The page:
What's Out There?
Honoring Native Land
The greater Augusta Mountains and surrounding region have been traditional cultural landscapes for the Nuumu and Newe people for countless generations. [Check back for more content Coming Soon.]
Of historical significance is a stage coach stop marked by a lonely stone cabin and corral. This area now functions as a popular camp site. Learn more about the Conservation History of the Cain Mountain history in the Additional Resources Tab on the liftoff this page. (More Info Coming Soon)
The Middle Triassic deposits in the Augusta Mountains have yielded one of the North America’s richest and most diverse faunas of marine reptiles. These beds feature an excellent state of preservation of the fossil material. Wilderness designation helps protect these valuable resources and allow for continued scientific research, study, and excavation of these unique marine reptile skeletons. In 2011 the skeleton of a rare, 246M year-old pregnant ichthyosaur was discovery and successfully excavated in 2014. .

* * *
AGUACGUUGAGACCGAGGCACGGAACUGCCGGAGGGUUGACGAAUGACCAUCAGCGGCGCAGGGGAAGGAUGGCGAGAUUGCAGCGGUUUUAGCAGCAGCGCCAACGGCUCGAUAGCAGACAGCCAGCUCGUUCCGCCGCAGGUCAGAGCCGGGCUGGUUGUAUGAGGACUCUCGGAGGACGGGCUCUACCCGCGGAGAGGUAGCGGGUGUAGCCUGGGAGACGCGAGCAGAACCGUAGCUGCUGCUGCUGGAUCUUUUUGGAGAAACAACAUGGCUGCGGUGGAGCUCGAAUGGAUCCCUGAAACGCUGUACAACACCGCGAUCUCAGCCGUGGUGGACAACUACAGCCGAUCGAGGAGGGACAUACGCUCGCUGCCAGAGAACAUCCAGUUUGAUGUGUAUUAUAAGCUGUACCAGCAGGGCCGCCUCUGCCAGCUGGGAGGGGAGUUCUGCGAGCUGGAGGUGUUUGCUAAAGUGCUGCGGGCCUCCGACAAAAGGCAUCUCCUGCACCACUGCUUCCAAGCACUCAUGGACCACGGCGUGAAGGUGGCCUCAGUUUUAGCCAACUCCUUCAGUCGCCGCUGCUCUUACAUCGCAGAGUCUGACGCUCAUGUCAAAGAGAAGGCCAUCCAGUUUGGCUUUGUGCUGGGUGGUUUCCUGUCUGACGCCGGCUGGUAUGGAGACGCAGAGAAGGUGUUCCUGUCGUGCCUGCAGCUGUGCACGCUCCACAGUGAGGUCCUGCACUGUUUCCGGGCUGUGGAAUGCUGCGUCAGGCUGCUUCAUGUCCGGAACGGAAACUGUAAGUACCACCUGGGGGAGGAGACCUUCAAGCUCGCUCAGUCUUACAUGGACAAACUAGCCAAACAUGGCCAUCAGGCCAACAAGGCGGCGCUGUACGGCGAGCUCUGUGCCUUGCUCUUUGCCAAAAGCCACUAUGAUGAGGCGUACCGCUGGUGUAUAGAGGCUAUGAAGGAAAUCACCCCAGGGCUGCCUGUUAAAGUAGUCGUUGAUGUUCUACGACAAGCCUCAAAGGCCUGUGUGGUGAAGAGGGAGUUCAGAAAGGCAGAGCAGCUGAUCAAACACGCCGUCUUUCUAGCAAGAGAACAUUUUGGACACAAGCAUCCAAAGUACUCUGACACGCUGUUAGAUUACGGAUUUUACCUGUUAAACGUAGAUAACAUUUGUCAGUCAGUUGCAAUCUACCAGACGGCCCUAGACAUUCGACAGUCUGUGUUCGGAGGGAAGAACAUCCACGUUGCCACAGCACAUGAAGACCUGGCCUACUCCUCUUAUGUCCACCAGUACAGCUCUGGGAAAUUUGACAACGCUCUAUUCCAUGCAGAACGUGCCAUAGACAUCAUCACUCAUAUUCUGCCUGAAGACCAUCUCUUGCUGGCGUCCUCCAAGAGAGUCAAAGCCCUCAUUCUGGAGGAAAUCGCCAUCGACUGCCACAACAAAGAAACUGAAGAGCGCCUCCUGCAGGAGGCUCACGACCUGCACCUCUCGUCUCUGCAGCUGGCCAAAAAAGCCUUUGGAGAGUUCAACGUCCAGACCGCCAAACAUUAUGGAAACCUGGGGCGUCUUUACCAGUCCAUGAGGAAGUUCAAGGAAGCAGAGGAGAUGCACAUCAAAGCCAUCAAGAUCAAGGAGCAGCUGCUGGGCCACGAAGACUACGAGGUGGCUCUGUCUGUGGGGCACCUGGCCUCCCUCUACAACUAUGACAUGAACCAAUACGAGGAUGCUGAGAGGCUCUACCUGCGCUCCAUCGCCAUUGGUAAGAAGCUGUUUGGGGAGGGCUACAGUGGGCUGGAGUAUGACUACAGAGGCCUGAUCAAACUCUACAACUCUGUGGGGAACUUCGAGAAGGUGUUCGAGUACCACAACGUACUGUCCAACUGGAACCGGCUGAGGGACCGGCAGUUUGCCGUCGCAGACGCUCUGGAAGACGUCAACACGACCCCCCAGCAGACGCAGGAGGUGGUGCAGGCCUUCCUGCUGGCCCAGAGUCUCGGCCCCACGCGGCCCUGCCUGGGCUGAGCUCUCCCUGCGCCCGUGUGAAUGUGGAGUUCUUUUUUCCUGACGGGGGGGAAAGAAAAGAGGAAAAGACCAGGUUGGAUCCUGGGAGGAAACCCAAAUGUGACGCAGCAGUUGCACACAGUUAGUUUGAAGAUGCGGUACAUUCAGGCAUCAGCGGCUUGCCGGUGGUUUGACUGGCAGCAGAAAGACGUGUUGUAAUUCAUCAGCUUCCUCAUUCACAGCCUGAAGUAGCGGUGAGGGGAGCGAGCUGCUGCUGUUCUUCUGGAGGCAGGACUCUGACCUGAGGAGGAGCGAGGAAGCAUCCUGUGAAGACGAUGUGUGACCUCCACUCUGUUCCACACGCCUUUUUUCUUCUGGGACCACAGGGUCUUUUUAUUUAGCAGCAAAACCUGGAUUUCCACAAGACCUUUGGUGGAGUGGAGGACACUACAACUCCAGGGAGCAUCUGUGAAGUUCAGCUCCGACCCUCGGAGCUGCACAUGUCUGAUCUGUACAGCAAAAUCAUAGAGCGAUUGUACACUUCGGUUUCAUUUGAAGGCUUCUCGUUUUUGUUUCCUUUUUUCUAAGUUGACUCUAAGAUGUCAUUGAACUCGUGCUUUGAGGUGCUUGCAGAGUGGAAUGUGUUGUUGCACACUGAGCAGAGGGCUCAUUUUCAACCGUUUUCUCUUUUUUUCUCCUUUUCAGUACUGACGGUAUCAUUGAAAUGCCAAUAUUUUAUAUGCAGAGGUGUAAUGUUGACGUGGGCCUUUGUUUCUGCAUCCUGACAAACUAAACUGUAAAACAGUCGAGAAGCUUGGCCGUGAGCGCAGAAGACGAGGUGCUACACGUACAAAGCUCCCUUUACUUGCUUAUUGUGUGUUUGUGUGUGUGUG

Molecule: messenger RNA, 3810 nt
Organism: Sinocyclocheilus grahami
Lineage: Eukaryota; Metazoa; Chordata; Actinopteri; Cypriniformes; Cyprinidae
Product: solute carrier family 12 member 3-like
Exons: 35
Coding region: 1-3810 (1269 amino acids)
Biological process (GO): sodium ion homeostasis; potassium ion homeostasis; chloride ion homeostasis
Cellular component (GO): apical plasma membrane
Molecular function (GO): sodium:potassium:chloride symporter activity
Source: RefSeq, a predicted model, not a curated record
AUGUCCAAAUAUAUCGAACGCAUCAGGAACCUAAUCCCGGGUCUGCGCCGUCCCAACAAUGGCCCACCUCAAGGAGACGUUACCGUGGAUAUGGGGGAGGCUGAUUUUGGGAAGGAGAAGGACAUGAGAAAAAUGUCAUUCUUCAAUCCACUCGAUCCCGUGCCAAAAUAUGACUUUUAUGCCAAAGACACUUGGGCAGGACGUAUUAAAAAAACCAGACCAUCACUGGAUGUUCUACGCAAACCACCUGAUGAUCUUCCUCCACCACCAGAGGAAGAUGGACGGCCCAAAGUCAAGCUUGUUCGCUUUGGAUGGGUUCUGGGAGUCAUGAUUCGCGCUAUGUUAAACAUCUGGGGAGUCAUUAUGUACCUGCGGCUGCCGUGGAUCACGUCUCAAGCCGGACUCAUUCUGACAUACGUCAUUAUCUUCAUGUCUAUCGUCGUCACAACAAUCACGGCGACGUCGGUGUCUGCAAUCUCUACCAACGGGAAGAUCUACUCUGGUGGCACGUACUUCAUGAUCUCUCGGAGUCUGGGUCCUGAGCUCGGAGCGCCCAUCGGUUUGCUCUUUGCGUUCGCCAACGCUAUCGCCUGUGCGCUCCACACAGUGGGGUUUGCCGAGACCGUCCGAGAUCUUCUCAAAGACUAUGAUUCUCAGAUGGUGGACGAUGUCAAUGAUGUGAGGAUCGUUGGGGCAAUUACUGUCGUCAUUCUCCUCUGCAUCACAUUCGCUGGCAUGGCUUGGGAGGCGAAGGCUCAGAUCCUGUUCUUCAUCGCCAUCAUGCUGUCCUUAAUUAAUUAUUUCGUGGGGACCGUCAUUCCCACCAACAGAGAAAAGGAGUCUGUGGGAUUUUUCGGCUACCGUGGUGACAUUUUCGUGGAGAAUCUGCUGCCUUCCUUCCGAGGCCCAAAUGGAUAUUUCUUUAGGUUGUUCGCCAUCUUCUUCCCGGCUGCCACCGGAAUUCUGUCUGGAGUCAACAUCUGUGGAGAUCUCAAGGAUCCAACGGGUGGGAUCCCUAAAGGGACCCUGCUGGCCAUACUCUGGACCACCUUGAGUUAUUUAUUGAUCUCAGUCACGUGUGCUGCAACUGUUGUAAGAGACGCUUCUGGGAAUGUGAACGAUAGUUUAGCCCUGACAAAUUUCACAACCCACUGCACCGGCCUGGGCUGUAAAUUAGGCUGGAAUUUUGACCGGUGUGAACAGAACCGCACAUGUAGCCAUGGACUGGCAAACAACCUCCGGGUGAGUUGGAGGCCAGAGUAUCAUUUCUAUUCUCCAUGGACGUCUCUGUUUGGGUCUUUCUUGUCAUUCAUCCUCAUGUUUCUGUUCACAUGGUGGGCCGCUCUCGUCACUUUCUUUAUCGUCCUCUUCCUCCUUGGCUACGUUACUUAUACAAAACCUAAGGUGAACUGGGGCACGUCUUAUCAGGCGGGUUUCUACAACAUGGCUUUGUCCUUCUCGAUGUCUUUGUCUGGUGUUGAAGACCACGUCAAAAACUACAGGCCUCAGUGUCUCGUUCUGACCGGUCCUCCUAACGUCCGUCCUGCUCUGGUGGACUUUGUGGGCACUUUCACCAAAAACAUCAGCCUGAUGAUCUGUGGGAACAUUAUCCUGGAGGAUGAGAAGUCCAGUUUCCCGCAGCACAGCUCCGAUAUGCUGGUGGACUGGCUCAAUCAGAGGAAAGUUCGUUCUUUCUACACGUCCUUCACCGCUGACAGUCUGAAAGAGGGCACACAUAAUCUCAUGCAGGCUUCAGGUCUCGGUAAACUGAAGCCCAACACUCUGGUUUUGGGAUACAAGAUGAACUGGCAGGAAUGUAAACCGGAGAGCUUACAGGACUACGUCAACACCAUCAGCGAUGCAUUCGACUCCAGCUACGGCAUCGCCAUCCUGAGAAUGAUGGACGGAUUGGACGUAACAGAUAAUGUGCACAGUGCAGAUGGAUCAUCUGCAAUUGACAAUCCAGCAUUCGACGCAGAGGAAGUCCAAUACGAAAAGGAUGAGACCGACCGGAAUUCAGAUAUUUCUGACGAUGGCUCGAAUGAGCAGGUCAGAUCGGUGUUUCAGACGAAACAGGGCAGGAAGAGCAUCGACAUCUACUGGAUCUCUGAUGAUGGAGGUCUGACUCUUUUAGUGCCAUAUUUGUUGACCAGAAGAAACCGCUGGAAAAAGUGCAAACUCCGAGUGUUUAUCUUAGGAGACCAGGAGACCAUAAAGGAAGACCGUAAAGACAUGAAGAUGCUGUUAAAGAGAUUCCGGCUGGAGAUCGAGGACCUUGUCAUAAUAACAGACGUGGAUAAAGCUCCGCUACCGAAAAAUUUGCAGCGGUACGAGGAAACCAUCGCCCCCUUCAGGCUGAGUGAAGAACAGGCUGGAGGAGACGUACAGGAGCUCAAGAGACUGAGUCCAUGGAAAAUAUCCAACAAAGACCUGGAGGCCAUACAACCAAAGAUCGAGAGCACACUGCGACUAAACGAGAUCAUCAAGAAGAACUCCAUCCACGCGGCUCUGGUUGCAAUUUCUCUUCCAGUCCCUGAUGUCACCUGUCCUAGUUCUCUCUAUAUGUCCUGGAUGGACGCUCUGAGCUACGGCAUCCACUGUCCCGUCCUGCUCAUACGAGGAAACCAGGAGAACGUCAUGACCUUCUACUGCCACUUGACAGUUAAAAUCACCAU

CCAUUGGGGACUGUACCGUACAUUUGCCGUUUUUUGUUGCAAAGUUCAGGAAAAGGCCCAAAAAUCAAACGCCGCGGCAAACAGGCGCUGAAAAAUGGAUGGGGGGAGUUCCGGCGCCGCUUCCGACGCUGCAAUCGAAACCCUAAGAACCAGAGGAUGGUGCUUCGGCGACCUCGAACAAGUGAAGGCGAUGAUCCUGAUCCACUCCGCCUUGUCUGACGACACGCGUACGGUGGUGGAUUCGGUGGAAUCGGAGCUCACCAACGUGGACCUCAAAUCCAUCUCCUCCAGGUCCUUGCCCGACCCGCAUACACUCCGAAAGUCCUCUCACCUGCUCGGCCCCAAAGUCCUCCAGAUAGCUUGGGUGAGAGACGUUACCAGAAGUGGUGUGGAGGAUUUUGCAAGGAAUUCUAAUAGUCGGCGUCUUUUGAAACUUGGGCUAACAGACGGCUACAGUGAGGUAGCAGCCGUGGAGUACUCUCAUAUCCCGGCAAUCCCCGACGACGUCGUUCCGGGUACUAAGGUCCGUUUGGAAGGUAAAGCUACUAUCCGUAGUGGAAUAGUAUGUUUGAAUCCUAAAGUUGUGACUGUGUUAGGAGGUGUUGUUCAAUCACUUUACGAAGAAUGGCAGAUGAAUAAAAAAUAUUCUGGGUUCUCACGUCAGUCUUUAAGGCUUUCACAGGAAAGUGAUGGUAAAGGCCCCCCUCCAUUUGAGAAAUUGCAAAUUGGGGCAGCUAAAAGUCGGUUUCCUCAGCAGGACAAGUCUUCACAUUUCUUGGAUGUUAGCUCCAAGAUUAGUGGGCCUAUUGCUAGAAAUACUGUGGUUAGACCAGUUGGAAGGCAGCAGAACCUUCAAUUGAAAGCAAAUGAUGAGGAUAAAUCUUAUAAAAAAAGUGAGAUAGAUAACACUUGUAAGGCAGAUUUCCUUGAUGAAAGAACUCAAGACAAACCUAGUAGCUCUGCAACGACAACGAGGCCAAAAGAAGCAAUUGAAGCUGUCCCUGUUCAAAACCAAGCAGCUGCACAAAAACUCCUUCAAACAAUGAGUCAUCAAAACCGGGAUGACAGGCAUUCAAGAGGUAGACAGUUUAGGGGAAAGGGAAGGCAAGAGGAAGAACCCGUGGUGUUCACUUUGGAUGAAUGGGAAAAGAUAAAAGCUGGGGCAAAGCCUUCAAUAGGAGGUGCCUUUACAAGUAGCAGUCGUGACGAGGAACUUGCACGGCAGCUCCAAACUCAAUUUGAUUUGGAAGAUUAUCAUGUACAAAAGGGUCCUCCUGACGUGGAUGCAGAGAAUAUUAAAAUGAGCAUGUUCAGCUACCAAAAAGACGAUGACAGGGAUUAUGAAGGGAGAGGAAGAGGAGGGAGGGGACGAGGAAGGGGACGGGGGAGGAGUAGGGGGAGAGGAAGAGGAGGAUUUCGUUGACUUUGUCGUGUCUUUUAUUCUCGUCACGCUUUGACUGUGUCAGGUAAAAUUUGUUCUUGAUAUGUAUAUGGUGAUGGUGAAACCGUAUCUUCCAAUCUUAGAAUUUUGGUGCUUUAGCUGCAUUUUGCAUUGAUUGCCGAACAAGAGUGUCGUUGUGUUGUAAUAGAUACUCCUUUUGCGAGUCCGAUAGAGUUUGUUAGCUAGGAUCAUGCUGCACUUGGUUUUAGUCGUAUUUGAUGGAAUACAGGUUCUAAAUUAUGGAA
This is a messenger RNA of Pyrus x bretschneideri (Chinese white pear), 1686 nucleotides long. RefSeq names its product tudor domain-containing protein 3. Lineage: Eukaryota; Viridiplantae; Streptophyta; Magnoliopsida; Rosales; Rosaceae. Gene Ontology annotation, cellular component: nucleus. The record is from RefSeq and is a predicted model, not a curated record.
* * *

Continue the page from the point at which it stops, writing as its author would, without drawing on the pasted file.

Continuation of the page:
The Cain Mountain Wilderness features a Great Basin sagebrush ecosystem with juniper-pinyon woodland and small amount of riparian vegetation in the larger drainages. Phacelia olaberrima (smooth phacelia) was listed as "sensitive plant" by the Nevada Native Plant Society on January 19, 1983. It can be found in the southern section of the Wilderness.